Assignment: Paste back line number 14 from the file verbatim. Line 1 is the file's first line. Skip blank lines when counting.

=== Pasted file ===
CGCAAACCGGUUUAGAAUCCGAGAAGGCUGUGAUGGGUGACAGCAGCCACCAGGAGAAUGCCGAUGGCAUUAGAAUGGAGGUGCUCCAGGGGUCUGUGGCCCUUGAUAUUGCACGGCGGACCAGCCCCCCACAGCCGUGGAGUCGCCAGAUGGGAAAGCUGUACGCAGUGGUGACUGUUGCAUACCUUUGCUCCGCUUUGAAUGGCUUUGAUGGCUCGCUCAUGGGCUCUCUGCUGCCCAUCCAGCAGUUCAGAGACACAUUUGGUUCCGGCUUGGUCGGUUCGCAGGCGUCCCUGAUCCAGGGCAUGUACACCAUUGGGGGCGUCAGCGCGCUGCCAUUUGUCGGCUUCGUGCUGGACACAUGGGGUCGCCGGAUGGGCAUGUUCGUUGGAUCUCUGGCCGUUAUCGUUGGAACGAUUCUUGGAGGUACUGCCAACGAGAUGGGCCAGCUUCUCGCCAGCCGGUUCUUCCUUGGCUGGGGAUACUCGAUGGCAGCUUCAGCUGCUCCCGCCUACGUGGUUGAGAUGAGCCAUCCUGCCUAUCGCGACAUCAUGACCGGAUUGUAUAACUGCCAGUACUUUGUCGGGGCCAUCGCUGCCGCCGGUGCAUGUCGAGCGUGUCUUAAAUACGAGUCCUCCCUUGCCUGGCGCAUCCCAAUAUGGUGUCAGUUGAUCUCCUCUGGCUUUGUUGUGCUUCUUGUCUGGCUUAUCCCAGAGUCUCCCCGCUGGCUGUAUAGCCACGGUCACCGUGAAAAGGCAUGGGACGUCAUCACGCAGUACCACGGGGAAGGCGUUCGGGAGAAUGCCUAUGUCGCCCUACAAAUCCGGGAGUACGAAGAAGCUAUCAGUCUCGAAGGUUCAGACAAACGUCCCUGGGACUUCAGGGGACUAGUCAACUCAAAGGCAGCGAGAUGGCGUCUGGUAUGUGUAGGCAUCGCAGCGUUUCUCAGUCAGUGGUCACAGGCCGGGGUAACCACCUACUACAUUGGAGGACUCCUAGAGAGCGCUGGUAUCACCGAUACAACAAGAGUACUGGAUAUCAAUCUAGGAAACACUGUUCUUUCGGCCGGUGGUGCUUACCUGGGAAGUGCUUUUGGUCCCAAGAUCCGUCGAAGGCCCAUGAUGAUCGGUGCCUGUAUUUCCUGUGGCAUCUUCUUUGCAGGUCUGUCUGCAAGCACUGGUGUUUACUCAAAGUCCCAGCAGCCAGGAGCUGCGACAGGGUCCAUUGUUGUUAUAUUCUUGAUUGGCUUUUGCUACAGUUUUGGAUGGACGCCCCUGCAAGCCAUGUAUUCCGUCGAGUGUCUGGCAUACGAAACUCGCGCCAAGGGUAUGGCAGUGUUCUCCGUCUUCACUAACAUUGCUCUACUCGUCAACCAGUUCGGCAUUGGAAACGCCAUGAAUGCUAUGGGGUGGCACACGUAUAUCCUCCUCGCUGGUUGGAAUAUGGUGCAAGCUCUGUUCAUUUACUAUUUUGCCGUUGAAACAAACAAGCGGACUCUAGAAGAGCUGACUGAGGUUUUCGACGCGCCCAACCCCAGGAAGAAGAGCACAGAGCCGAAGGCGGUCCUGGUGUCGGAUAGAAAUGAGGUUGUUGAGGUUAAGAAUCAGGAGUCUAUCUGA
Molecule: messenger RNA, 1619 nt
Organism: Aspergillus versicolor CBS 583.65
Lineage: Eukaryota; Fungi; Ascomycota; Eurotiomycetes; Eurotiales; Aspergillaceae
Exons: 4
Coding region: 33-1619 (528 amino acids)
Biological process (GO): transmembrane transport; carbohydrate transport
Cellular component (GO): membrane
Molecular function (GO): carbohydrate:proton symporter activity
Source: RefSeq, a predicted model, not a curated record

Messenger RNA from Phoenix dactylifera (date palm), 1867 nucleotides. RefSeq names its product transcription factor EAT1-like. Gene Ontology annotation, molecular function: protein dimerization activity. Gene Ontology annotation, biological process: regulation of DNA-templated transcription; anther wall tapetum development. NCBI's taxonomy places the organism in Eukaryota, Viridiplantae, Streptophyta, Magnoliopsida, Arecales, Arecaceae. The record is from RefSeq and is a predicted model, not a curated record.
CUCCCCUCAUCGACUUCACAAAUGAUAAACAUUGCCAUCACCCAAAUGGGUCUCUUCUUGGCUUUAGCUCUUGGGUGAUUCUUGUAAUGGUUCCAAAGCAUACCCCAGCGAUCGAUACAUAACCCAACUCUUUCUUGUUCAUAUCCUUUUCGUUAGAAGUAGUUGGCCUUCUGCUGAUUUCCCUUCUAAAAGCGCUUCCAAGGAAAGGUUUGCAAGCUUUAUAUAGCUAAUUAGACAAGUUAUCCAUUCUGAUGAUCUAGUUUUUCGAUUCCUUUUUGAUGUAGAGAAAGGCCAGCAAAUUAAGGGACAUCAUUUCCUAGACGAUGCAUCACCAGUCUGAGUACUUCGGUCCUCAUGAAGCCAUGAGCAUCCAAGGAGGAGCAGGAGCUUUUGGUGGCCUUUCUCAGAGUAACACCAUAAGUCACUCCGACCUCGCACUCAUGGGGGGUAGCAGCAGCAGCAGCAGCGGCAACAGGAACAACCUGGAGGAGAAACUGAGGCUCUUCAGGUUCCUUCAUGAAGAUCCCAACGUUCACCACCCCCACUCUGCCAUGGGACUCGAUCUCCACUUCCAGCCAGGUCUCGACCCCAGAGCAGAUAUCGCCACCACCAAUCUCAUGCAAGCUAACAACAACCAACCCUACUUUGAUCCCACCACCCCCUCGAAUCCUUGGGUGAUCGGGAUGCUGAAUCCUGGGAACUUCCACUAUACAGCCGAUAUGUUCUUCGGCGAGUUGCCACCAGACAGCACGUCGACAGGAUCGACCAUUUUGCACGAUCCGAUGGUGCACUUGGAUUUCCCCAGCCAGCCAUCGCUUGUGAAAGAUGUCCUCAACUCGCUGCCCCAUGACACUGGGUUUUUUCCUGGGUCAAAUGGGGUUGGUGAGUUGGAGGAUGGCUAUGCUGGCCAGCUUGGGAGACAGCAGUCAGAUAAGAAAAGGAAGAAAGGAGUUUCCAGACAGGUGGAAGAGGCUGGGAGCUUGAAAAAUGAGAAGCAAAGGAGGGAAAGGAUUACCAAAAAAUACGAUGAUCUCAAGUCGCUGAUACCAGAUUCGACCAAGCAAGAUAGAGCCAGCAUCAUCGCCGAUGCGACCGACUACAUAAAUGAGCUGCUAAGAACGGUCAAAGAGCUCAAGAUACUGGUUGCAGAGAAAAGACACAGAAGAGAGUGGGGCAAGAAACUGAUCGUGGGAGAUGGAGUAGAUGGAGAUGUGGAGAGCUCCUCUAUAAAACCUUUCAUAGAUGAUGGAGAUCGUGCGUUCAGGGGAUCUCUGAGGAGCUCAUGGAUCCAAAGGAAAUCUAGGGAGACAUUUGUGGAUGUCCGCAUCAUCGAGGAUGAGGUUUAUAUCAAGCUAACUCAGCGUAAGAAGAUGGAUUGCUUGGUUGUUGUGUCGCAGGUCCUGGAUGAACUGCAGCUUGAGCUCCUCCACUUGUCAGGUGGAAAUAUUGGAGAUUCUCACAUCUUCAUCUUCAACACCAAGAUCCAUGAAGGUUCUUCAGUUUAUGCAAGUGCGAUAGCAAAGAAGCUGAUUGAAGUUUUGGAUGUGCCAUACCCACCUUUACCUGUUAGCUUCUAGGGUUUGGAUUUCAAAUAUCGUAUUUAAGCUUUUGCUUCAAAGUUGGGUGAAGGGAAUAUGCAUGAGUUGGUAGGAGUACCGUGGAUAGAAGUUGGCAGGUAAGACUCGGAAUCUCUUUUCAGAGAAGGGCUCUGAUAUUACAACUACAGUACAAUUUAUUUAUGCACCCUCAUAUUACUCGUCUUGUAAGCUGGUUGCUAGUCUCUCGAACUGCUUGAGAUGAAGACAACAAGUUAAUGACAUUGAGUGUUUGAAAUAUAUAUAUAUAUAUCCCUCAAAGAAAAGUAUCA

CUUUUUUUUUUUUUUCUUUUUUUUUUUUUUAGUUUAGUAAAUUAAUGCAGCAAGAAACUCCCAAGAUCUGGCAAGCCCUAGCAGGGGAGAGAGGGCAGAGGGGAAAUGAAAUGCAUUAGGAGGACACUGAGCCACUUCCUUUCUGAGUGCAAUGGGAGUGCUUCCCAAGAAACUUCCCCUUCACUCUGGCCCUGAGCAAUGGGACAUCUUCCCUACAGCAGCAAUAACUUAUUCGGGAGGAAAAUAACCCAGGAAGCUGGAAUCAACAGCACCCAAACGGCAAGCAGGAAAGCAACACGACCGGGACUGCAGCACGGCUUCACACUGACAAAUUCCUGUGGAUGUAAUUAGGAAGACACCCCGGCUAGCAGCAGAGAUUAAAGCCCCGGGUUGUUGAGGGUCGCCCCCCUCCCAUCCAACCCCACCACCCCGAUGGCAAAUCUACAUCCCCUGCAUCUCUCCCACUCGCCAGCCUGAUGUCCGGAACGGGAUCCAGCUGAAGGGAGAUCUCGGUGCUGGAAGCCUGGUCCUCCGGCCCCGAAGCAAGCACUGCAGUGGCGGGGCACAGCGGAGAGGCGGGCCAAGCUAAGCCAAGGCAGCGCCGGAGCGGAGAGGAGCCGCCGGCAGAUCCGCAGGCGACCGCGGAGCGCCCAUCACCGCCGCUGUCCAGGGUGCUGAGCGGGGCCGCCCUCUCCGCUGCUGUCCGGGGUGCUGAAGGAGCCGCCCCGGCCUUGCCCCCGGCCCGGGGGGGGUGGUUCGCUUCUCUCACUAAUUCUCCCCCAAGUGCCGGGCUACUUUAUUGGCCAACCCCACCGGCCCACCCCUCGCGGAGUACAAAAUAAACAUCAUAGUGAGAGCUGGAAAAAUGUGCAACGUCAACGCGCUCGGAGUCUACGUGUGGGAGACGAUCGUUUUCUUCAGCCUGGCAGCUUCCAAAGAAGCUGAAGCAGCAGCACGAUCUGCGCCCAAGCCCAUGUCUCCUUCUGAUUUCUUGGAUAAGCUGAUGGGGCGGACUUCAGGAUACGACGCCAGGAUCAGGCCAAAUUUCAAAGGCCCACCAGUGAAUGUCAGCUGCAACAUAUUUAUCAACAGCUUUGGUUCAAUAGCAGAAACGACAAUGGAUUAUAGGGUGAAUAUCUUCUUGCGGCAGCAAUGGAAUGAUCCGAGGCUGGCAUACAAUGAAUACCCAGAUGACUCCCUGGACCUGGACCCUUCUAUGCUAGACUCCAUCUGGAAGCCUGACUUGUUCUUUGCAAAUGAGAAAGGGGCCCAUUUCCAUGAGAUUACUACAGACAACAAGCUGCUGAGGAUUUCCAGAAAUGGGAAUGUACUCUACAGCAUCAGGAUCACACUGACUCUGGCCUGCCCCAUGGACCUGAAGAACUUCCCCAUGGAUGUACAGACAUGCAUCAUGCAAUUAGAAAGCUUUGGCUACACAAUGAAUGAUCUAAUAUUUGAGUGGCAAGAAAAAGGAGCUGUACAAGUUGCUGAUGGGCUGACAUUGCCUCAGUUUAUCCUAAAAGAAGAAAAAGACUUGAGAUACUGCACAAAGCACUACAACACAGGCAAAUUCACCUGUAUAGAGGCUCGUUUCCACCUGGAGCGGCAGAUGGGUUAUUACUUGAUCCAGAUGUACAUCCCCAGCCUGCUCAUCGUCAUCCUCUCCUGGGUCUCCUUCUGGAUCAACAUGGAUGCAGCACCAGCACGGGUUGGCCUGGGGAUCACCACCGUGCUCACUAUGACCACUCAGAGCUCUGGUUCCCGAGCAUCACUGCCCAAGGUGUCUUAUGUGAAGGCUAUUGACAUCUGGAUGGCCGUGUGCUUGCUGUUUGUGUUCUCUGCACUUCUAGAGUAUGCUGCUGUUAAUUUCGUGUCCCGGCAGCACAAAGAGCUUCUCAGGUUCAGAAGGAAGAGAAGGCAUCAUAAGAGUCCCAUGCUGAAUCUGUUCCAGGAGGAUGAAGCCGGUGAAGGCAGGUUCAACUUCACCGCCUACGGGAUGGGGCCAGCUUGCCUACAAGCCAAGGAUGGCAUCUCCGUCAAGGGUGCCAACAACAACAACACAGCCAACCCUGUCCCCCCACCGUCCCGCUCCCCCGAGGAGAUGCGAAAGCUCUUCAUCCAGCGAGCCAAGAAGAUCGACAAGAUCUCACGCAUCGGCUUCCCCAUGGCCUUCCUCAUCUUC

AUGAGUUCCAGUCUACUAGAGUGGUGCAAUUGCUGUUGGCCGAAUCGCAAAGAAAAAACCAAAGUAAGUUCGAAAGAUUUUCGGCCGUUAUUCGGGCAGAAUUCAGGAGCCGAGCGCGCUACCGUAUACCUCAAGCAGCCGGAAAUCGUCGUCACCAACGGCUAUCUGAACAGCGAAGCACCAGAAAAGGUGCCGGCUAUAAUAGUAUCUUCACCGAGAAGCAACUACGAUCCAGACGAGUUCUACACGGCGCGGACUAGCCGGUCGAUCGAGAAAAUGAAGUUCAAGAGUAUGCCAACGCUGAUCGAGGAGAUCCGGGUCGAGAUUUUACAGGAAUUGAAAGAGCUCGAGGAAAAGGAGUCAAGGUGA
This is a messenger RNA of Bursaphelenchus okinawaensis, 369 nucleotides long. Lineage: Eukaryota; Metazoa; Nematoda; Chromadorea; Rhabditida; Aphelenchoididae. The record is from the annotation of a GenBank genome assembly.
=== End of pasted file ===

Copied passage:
AUGAGUUCCAGUCUACUAGAGUGGUGCAAUUGCUGUUGGCCGAAUCGCAAAGAAAAAACCAAAGUAAGUUCGAAAGAUUUUCGGCCGUUAUUCGGGCAGAAUUCAGGAGCCGAGCGCGCUACCGUAUACCUCAAGCAGCCGGAAAUCGUCGUCACCAACGGCUAUCUGAACAGCGAAGCACCAGAAAAGGUGCCGGCUAUAAUAGUAUCUUCACCGAGAAGCAACUACGAUCCAGACGAGUUCUACACGGCGCGGACUAGCCGGUCGAUCGAGAAAAUGAAGUUCAAGAGUAUGCCAACGCUGAUCGAGGAGAUCCGGGUCGAGAUUUUACAGGAAUUGAAAGAGCUCGAGGAAAAGGAGUCAAGGUGA